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United Becomes The 1st Major U.S. Airline To Require Employees Be Vaccinated

A United Airlines jetliner taxis down a runway for take off from Denver International Airport last month. The carrier has become the first major U.S. airline to require employees be vaccinated against COVID-19.
A United Airlines jetliner taxis down a runway for take off from Denver International Airport last month. The carrier has become the first major U.S. airline to require employees be vaccinated against COVID-19.

United Airlines has told its 67,000 U.S.-based employees that they will need to be inoculated against COVID-19 by late October to stay on the job.

Citing "incredibly compelling" evidence that the vaccines are safe and effective, United CEO Scott Kirby announced the policy change on Friday. He said he understood that some employees would disagree with the mandate, according to The Associated Press.

The requirement is that all U.S. domestic employees of the airline be fully vaccinated by Oct. 25 — or five weeks from the date that any one vaccine gets full approval from the Food and Drug Administration, whichever comes first.

United is the first major U.S. carrier to require vaccination, although its decision follows similar moves by a number of other companies, including Walmart, with more than 2 million employees, and Tyson Foods, which has 120,000 employees. Others include Facebook, Disney and Microsoft.

On the other hand, American Airline CEO Doug Parker has told The New York Times that "we're not putting mandates in place."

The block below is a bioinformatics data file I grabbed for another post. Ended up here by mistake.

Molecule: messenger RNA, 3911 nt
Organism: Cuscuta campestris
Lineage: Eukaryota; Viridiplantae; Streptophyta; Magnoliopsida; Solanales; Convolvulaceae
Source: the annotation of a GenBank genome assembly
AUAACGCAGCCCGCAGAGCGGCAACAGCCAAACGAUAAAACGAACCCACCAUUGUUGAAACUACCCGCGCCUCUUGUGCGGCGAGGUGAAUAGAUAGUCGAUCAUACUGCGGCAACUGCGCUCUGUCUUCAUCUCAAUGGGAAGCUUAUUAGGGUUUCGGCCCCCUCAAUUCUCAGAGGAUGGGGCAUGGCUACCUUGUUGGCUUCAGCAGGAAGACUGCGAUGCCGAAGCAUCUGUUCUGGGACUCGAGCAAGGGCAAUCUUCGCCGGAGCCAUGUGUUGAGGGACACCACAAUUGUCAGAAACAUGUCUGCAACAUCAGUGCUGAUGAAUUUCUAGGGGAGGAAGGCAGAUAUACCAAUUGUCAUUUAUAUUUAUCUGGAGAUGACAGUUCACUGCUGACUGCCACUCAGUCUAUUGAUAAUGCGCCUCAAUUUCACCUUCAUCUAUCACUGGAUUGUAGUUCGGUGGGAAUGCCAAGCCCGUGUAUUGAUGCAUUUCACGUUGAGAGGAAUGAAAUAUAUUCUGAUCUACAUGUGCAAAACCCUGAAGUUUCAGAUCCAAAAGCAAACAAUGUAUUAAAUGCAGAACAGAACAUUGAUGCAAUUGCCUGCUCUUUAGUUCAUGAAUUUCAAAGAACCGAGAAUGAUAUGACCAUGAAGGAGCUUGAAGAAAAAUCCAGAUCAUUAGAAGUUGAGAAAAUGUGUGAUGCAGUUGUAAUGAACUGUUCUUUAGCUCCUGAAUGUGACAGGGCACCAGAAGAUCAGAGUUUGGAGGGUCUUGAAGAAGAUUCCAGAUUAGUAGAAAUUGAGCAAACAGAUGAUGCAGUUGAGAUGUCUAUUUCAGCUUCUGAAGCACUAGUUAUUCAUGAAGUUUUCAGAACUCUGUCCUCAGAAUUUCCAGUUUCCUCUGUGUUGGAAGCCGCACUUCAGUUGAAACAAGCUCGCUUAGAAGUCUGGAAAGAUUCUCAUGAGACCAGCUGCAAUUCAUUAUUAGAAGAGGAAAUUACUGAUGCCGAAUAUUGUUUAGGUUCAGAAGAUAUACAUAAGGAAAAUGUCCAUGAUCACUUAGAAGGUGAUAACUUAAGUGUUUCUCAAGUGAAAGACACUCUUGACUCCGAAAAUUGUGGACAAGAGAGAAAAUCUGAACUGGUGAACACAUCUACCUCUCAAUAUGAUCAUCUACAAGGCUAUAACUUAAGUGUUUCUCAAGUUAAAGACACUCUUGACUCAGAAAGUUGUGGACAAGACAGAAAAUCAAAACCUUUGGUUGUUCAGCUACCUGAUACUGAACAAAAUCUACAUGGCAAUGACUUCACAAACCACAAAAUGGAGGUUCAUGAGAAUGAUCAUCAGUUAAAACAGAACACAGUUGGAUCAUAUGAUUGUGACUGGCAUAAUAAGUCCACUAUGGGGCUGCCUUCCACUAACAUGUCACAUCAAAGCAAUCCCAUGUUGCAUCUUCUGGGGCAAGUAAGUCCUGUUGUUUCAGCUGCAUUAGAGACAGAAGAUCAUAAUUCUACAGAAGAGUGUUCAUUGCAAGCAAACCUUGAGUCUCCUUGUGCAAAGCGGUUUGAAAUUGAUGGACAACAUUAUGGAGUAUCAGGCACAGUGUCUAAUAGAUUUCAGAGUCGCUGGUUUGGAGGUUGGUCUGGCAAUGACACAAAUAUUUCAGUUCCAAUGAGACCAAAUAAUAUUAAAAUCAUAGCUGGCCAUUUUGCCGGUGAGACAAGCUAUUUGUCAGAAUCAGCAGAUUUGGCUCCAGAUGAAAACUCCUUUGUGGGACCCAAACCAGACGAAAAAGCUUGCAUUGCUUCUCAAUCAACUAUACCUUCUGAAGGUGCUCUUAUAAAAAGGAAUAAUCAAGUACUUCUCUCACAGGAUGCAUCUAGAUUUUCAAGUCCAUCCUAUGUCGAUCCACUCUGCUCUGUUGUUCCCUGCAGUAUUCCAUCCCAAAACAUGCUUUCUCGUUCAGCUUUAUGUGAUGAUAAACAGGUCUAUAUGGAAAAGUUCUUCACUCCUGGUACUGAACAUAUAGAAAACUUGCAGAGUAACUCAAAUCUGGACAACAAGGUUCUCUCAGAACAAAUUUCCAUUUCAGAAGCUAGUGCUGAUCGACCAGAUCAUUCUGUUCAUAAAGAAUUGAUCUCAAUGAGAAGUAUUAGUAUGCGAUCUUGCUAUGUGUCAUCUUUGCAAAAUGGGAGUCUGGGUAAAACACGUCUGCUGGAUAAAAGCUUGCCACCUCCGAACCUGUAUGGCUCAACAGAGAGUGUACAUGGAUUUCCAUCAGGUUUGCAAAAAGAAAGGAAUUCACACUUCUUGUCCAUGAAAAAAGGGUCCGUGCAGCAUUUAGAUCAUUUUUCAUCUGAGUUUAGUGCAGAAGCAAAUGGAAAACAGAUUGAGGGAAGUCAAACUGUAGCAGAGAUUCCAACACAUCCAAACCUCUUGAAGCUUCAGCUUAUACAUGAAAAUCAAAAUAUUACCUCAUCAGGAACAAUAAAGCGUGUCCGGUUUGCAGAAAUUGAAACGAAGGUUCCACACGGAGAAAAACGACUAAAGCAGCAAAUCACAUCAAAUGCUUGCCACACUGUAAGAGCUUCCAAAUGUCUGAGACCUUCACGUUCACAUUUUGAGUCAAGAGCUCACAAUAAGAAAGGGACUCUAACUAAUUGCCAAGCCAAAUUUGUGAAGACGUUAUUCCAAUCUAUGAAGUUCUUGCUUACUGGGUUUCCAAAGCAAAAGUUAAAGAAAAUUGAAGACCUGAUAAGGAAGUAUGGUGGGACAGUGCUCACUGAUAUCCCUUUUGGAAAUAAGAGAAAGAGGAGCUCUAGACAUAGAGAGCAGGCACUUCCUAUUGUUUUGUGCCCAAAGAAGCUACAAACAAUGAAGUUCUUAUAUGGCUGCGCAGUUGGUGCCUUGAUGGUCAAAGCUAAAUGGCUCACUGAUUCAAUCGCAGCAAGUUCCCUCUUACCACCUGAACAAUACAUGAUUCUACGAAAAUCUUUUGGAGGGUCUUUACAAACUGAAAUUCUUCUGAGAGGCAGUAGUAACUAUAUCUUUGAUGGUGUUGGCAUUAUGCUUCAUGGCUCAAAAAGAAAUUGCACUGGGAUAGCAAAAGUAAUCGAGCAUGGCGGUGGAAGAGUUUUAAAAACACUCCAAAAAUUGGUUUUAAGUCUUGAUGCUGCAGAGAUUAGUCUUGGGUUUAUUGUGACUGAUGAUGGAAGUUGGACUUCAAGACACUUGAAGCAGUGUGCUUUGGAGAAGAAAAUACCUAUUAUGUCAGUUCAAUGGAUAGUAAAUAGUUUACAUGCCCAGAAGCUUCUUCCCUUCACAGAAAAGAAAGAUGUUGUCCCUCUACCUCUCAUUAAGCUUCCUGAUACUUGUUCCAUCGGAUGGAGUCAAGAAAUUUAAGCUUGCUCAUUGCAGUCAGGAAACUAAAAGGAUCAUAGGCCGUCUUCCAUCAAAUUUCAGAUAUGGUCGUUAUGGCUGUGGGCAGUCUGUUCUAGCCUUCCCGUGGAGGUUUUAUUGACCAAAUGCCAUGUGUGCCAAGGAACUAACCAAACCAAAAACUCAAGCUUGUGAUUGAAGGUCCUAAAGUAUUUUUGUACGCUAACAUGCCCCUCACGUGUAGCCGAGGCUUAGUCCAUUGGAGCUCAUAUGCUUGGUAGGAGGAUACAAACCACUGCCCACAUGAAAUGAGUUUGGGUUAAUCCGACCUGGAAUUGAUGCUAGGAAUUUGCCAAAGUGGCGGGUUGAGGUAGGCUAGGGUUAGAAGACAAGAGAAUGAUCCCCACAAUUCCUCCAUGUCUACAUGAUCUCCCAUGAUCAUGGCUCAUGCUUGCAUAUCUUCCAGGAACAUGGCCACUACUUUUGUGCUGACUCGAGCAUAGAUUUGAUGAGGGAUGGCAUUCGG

The Air Line Pilots Association, which represents United's pilots, did not immediately respond to an NPR request for comment. However, on Thursday, the president of the Allied Pilots Association, which represents American's 15,000 pilots, reiterated the union's position on mandatory vaccines.

"APA's position remains the same: Whether a pilot elects to be vaccinated, or not, should be between the pilot and their medical provider, while any proposed vaccine mandate affecting our pilots would be subject to collective bargaining," APA President Eric Ferguson said in a letter to members that was shared with NPR.

Ferguson said that about 60% of the union's pilots had already opted to be vaccinated and encouraged its members to do so.

"We all want to put the COVID-19 pandemic behind us, and most of the scientific community agrees that vaccination provides a path to achieving that aim," he said.

In May, Delta Air Lines began requiring all new hires to show proof of vaccination, and United followed suit the following month.

By contrast, American Airline CEO Doug Parker told The New York Times that "we're not putting mandates in place," the APA says.

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